Nineteen California residents were hospitalized with marijuana overdoses after eating THC-laced gummy candiesg, authorities said.
The victims, both adults and children, were poisoned when they unwittingly ate the pot candies at a ‘quinceañera’ party Aug. 6 in San Francisco. A quinceañera is a coming-of-age celebration for 15-year-old girls in Latin culture, especially the Mexican American community.
All of the 19 people were treated at local hospitals for rapid heart beat, dilated pupils, hypertension, dizziness, fatigue, nausea, and confusion. These are all common symptoms of marijuana overdose, according to officials at the city’s Department of Public Health.
Marijuana use is never fatal
Cannabis does not cause serious or permanent health problems, even when consumed in excess. It is possible to overdose on the drug, and even to require hospitalization, but a pot OD is never fatal or life-threatening. All the San Francisco victims recovered within a matter of hours and were released two days after the party.
Most of them were children, authorities said, with ages ranging between 6 and 18 years old. The other six victims are adults, officials said.
“If these candies are confirmed as edible marijuana, then this event is a strong warning about the dangers of edibles, which can be very potent and hard to control dosage in the best circumstances,” said Dr. Tomas Aragon, a health officer for San Francisco. “A situation like this, where they were consumed by unsuspecting people, and many children, is greatly concerning.”
It wasn’t immediately clear how the victims came to eat the candies, though it’s unlikely they all knew the gummies were infused with THC. Health officials have long complained that certain cannabis edibles, especially gummies and other candies, pose a threat to kids who can’t distinguish them from real sweets.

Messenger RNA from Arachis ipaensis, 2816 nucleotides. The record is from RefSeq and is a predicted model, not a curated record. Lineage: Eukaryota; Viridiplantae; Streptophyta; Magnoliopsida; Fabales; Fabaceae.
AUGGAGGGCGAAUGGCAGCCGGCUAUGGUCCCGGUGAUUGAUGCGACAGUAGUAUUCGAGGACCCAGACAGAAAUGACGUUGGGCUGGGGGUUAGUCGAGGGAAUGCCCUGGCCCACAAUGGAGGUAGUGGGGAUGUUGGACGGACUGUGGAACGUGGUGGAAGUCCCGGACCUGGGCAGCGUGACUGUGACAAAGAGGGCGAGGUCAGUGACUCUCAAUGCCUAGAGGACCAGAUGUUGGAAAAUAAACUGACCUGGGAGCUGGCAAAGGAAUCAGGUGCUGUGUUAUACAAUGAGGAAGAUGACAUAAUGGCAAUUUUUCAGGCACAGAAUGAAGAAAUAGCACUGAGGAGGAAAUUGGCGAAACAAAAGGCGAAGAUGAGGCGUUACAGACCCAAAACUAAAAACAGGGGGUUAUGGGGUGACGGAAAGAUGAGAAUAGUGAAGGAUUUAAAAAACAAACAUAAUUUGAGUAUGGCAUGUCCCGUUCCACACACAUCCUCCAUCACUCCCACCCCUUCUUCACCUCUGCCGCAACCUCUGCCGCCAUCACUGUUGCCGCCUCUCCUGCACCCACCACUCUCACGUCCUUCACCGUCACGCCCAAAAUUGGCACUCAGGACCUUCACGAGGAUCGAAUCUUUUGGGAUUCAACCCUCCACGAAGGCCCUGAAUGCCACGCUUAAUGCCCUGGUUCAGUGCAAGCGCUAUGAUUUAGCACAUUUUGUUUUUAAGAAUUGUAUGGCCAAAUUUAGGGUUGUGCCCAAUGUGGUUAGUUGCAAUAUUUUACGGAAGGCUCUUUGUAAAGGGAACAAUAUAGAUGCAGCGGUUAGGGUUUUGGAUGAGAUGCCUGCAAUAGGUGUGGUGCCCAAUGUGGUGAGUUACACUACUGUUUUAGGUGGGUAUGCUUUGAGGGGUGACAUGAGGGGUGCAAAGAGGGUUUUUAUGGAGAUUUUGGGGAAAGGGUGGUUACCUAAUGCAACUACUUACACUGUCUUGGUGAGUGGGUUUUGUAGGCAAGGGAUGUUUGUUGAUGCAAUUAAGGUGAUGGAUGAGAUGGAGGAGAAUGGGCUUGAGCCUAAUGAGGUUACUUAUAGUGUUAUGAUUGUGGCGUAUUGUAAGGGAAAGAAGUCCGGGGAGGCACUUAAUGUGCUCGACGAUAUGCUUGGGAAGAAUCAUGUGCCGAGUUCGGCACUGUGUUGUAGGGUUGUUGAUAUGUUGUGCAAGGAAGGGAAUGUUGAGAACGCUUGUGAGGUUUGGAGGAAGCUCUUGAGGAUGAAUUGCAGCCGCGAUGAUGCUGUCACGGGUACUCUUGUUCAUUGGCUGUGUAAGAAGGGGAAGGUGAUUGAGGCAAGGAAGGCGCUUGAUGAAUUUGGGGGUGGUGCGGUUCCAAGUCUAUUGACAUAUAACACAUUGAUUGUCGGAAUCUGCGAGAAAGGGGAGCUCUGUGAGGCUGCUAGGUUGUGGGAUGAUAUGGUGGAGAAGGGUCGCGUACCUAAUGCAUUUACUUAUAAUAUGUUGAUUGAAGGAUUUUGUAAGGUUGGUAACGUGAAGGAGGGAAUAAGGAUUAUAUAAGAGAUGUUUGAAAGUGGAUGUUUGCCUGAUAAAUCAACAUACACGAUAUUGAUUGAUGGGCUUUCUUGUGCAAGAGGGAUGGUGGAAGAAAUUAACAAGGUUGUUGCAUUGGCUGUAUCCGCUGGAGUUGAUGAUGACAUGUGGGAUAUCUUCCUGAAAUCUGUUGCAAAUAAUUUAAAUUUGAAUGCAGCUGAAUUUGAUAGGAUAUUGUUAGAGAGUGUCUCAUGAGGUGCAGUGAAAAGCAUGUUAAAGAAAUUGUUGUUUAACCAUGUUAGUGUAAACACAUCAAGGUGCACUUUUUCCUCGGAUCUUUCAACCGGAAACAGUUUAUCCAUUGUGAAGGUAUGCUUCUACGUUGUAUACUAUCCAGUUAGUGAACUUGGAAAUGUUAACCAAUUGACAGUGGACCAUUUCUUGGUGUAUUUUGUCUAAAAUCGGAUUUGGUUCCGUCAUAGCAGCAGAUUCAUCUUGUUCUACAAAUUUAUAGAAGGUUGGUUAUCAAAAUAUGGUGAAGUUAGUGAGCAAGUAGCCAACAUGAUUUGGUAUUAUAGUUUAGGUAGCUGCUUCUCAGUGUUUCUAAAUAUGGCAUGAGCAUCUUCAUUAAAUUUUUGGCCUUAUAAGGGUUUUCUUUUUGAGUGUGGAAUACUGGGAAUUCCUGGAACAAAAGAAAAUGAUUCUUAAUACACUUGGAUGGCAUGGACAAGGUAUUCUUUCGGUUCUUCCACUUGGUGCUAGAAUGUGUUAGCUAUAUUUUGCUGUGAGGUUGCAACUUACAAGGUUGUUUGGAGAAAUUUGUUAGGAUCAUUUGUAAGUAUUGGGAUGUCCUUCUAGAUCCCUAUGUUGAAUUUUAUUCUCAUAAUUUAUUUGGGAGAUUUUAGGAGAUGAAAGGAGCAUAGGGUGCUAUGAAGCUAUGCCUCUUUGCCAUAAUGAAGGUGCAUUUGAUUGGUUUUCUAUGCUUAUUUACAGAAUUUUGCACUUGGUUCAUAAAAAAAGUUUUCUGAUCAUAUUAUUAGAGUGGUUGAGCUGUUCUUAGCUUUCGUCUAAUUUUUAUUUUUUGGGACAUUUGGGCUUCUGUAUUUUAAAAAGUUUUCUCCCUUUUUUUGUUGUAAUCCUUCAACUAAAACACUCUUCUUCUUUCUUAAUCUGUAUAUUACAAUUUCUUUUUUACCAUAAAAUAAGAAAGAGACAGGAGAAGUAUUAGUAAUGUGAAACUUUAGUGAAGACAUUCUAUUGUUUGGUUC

Investigation is underway
All the overdose patients were attending the girl’s party in the Mission District, the Los Angeles Times reported. They ate the candies at some time Saturday evening, authorities said. Officials at the Alameda County Department of Public Health announced they would investigate the Oakland business that catered the quinceañera. The company was cooperating in an effort to trace the source of the gummies, the health department said.
Authorities determined the overdoses were caused by marijuana after testing 12 of the victims for the presence of THC; each test returned positive results. Final results confirmed that finding.
“This could have been a much worse situation than it was, and I’m glad that all the children that ingested the candy have recovered,” said Mayor Ed Lee.
Lawmakers in states with legal marijuana have complained about the risk of THC gummies in recent months. Colorado has adopted rules that require tight packaging and labeling and could soon move to outlaw weed gummies outright.
Leave a comment below: Do you think states should crack down on marijuana gummy candies? What can authorities do to prevent overdoses?